There is a difficult balance between honoring the dead and the living.
This summer I visited Cheonanham, the memorial for a Korean Navy corvette that had sunk in March 2010. At that time, I had been teaching English in Jeollanam-do. We heard that a ship had sunk off of the coast, and 46 Korean sailors were dead. I remember the televised funeral services.
The ship was recovered from the seabed in two halves; upon investigation by an international team (South Korea called in foreign experts to increase the investigation’s credibility), the investigators determined that the ship broke in two from something called a bubble jet, caused by the explosion of a torpedo a few meters from the hull of the ship. The resulting pressure differential tore the ship in two.
Seeing the damage in person was striking—it’s a big ship, and anything powerful enough to have torn it in two must be powerful indeed. The ship was split all the way through the keel; thick sheet metal was twisted, cables spilling out everywhere on the inside. We stood at the bottom of the fissure and looked up to the deck forty feet above us and it was all a piece of destruction. Groups of visiting soldiers took pictures and old men on some sort of reunion trip talked in low voices.
The torpedo was believed to have been fired by a small North Korean submarine, and since then relations between North and South Korea have gone deeply downhill. Later that year an island in the Yellow Sea was shelled by a North Korean ship, creating a further downturn.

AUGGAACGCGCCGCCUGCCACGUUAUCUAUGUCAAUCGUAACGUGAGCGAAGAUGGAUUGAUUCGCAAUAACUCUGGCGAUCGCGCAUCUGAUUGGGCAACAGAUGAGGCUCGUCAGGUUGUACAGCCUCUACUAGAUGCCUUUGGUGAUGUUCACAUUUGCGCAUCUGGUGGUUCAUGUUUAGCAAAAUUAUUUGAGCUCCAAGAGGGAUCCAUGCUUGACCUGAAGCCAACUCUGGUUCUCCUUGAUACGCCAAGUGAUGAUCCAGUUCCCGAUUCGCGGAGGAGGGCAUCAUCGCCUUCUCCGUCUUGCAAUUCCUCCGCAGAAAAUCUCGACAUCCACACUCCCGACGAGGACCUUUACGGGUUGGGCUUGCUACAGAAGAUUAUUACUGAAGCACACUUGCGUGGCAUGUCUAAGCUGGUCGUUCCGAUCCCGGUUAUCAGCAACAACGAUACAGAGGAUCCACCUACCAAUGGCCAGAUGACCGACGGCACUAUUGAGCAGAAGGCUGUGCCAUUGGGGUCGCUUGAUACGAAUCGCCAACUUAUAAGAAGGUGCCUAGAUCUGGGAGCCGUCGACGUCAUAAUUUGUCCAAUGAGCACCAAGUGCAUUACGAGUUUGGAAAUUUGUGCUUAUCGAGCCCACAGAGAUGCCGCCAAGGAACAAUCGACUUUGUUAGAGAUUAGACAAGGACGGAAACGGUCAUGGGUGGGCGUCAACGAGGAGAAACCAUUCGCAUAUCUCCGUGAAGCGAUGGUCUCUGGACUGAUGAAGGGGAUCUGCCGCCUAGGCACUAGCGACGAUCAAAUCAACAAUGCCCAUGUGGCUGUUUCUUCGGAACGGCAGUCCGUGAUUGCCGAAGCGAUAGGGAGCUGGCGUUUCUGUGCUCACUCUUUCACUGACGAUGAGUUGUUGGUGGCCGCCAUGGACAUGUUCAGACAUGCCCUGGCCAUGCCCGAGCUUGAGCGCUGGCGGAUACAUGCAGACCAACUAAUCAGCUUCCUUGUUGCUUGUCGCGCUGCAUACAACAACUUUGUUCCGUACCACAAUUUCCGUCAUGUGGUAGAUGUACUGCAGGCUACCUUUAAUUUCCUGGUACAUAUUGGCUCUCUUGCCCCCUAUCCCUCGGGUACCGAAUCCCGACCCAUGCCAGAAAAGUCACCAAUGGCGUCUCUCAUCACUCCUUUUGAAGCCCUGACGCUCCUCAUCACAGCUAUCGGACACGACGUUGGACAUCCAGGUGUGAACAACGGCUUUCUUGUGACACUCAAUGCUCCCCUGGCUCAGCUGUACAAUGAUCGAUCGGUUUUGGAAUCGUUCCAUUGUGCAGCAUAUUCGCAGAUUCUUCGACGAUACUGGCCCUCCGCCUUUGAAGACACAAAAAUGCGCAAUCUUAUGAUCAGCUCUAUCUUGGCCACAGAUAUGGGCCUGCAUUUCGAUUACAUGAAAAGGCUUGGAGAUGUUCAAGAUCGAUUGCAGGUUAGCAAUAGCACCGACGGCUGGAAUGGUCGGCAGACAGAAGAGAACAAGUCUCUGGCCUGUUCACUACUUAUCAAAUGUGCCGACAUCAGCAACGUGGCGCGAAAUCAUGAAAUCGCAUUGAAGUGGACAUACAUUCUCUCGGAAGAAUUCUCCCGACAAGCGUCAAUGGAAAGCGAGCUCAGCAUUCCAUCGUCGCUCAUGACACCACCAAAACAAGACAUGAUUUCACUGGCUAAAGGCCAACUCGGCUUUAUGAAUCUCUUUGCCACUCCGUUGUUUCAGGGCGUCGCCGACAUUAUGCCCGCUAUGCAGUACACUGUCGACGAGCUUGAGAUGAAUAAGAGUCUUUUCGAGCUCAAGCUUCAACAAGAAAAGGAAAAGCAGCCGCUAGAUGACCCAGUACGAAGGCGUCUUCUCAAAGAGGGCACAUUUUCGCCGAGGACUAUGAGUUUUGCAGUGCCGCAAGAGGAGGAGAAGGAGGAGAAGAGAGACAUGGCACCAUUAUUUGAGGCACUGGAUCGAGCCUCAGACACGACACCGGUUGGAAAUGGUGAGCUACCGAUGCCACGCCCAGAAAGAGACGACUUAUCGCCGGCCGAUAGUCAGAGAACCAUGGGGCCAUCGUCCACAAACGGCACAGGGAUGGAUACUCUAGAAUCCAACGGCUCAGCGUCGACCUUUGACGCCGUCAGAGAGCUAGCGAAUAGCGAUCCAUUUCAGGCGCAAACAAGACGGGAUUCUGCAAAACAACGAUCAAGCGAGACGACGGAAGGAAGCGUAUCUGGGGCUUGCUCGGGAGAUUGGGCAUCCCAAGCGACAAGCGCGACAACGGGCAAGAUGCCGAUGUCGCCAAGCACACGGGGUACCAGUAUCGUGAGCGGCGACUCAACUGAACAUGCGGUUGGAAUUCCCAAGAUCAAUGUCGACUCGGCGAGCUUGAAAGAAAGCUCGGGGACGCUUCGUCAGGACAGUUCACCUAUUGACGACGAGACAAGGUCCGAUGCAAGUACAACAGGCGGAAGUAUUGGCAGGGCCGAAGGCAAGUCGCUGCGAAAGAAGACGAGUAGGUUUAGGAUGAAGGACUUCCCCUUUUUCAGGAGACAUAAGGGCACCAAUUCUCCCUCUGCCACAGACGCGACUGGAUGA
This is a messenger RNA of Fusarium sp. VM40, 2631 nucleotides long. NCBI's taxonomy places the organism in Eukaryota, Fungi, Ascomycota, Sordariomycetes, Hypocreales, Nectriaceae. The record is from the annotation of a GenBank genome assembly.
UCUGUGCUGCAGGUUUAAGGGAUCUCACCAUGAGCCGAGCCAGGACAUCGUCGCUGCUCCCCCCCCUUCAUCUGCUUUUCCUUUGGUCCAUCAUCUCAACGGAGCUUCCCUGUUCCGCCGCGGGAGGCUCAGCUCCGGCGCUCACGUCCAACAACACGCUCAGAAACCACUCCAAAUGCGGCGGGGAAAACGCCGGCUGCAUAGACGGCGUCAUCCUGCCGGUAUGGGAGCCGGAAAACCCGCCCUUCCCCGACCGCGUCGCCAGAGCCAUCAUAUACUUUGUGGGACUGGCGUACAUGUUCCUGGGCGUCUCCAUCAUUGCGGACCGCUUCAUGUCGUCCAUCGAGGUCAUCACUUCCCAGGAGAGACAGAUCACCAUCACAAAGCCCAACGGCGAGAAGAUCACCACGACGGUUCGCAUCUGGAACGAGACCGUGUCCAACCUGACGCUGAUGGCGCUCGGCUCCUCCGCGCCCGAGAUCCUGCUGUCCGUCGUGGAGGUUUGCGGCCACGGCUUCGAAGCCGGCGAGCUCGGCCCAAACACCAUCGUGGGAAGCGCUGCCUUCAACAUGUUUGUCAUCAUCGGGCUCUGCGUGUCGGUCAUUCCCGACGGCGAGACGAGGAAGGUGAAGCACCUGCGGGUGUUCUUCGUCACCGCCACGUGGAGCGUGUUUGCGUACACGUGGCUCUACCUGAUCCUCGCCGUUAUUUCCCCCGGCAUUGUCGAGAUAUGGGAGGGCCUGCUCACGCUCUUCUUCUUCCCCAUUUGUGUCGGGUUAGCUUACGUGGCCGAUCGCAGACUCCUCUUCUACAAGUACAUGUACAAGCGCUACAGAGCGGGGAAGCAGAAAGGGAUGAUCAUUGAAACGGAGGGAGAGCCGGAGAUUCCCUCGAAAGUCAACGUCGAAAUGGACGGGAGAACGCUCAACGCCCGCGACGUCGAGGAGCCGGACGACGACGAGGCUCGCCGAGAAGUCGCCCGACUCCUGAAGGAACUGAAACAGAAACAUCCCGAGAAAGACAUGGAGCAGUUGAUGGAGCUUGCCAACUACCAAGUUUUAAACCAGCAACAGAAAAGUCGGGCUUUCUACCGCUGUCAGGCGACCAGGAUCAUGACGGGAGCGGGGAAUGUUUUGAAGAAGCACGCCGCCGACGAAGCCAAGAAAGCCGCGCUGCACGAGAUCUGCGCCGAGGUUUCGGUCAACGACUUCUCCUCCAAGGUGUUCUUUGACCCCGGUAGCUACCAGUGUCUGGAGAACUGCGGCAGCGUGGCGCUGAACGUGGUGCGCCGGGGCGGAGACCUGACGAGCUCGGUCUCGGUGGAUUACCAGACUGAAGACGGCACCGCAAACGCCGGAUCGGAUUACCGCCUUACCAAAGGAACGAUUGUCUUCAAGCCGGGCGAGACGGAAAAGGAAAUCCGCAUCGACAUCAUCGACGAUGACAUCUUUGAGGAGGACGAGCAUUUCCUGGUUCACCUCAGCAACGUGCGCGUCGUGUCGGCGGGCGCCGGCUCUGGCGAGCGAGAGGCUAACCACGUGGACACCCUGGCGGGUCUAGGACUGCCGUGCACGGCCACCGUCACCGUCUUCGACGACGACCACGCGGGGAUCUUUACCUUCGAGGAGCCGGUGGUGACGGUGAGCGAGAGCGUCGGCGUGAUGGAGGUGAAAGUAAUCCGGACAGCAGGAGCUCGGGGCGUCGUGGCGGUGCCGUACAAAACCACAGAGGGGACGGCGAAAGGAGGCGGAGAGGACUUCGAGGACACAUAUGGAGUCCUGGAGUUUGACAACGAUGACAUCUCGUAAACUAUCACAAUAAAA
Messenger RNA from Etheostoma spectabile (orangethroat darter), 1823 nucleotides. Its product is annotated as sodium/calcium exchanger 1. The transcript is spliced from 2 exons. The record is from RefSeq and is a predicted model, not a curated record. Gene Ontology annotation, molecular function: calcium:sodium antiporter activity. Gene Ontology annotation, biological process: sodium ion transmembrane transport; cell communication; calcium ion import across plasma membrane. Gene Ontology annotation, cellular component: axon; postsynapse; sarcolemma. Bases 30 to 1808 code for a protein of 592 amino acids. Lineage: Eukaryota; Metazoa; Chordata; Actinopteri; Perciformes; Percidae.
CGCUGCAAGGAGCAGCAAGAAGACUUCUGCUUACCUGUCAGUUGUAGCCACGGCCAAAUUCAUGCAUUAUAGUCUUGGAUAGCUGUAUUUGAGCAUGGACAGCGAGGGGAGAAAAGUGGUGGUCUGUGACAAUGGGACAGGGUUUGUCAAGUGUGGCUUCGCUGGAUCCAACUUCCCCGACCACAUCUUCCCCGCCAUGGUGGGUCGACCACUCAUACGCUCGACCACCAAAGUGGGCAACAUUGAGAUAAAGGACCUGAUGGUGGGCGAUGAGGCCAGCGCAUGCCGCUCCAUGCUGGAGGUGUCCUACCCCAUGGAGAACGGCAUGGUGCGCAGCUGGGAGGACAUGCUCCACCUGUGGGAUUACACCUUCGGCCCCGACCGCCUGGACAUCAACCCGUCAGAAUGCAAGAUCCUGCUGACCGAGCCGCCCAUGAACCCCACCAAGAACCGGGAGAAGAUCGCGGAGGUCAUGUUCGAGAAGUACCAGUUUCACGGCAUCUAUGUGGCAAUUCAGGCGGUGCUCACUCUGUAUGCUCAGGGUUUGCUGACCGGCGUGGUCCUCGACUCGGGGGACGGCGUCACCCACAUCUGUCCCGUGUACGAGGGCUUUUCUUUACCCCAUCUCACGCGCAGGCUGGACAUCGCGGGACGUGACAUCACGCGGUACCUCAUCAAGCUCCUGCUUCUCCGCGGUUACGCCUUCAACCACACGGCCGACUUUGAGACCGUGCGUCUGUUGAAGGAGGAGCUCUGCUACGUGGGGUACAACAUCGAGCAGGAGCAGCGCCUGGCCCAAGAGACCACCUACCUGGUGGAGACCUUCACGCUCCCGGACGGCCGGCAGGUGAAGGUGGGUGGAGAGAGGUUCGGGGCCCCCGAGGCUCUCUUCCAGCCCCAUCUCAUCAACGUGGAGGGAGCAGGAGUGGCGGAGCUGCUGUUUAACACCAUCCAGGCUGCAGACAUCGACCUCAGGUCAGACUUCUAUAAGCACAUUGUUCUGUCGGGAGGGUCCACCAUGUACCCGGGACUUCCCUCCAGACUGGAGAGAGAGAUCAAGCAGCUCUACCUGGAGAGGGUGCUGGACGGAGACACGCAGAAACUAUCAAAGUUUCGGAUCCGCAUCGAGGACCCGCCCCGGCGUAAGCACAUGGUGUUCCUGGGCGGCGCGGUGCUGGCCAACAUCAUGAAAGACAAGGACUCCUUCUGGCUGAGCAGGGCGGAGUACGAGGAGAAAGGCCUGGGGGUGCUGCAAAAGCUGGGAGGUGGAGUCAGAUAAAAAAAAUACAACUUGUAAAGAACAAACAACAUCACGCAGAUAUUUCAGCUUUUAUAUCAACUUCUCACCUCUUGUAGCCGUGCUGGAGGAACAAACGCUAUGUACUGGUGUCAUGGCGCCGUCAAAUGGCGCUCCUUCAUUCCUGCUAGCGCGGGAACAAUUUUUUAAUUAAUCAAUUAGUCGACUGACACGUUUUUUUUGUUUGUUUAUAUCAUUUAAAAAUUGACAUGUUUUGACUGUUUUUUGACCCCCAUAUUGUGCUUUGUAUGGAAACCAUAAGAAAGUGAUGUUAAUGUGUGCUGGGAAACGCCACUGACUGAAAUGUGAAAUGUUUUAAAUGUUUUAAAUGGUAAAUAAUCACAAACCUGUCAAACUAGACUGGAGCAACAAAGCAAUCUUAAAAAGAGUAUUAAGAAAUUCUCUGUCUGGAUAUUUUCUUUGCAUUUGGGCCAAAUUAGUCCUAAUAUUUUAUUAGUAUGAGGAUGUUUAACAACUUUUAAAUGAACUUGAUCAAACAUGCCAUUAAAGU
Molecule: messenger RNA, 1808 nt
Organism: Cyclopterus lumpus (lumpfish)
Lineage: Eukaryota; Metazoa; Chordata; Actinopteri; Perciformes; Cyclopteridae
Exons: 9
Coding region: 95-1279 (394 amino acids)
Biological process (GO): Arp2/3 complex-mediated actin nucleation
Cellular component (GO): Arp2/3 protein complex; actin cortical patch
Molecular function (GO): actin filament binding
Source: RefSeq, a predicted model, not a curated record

There was a film shown at the memorial’s visitor center dramatizing the events of the conflict. Sailors said goodbye to loved ones without knowing it was their last goodbye; actors wearing life vests were being fired upon, and they ran around desperately returning fire, being wounded, taking up their guns again and firing to the last breath. It was awfully nationalistic; as we left the screening room, one of my Korean friends said very seriously, “Now I want to join the military.” I was upset. All this glorification of war, and it actually works.
On the one hand it’s important to honor the memory of the sailors who died, but too often I think we attempt to honor their “sacrifice”, and sometimes in honoring that sacrifice we restrict our actions to what seems reciprocal—heightened military presence, cessation of dialogue or of aid.
The most just service we can do in memory of the sailors who lost their lives is not to turn our backs on the North, to disengage, but instead to work toward unification, so that in the future there will be no more need of patrol ships. Rapprochement with the North is not a betrayal of those sailors; it is the best dedication to their memory we can offer.